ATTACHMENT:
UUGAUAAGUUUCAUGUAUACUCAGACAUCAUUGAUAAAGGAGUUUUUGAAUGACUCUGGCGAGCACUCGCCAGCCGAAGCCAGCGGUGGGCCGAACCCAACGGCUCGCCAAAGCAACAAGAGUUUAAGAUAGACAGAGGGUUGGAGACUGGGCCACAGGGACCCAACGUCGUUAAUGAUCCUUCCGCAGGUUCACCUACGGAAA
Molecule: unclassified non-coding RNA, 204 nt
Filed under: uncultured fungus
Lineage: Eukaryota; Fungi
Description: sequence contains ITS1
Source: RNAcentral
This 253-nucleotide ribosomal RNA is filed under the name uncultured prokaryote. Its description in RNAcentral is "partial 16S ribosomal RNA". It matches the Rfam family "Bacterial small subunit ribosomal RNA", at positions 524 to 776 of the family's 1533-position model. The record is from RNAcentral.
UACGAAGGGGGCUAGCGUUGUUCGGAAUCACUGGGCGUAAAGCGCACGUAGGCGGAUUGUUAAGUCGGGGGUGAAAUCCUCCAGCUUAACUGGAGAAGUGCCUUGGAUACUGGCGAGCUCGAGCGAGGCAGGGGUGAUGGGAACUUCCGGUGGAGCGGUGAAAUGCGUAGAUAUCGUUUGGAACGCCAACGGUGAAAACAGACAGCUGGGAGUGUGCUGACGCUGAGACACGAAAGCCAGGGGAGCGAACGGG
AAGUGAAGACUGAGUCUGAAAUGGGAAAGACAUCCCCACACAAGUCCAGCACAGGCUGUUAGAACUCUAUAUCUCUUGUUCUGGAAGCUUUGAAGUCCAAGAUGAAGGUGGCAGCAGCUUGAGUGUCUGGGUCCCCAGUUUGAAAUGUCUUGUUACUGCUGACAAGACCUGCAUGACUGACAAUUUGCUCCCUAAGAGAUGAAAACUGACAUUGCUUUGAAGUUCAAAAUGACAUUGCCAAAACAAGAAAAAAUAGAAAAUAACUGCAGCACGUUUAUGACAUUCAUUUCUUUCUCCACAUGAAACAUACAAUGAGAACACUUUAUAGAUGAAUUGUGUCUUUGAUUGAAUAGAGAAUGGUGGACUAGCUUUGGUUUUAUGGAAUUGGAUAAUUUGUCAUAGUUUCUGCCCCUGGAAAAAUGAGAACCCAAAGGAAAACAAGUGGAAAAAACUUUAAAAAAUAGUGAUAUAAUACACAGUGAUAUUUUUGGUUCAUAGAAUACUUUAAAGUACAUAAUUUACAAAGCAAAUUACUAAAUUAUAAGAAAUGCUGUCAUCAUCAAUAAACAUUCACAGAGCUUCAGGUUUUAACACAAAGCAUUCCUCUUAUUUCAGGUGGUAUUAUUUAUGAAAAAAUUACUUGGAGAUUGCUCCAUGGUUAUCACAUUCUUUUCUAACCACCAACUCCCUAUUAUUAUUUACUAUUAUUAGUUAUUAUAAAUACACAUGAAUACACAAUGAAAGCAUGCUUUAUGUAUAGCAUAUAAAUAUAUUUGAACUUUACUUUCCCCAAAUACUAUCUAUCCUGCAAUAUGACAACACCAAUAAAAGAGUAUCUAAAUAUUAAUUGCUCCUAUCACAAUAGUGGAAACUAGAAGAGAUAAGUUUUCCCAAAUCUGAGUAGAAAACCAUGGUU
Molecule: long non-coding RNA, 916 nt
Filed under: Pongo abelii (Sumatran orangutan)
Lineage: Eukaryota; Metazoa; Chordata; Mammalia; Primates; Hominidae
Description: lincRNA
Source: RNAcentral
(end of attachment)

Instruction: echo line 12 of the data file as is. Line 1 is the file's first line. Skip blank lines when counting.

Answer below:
Lineage: Eukaryota; Metazoa; Chordata; Mammalia; Primates; Hominidae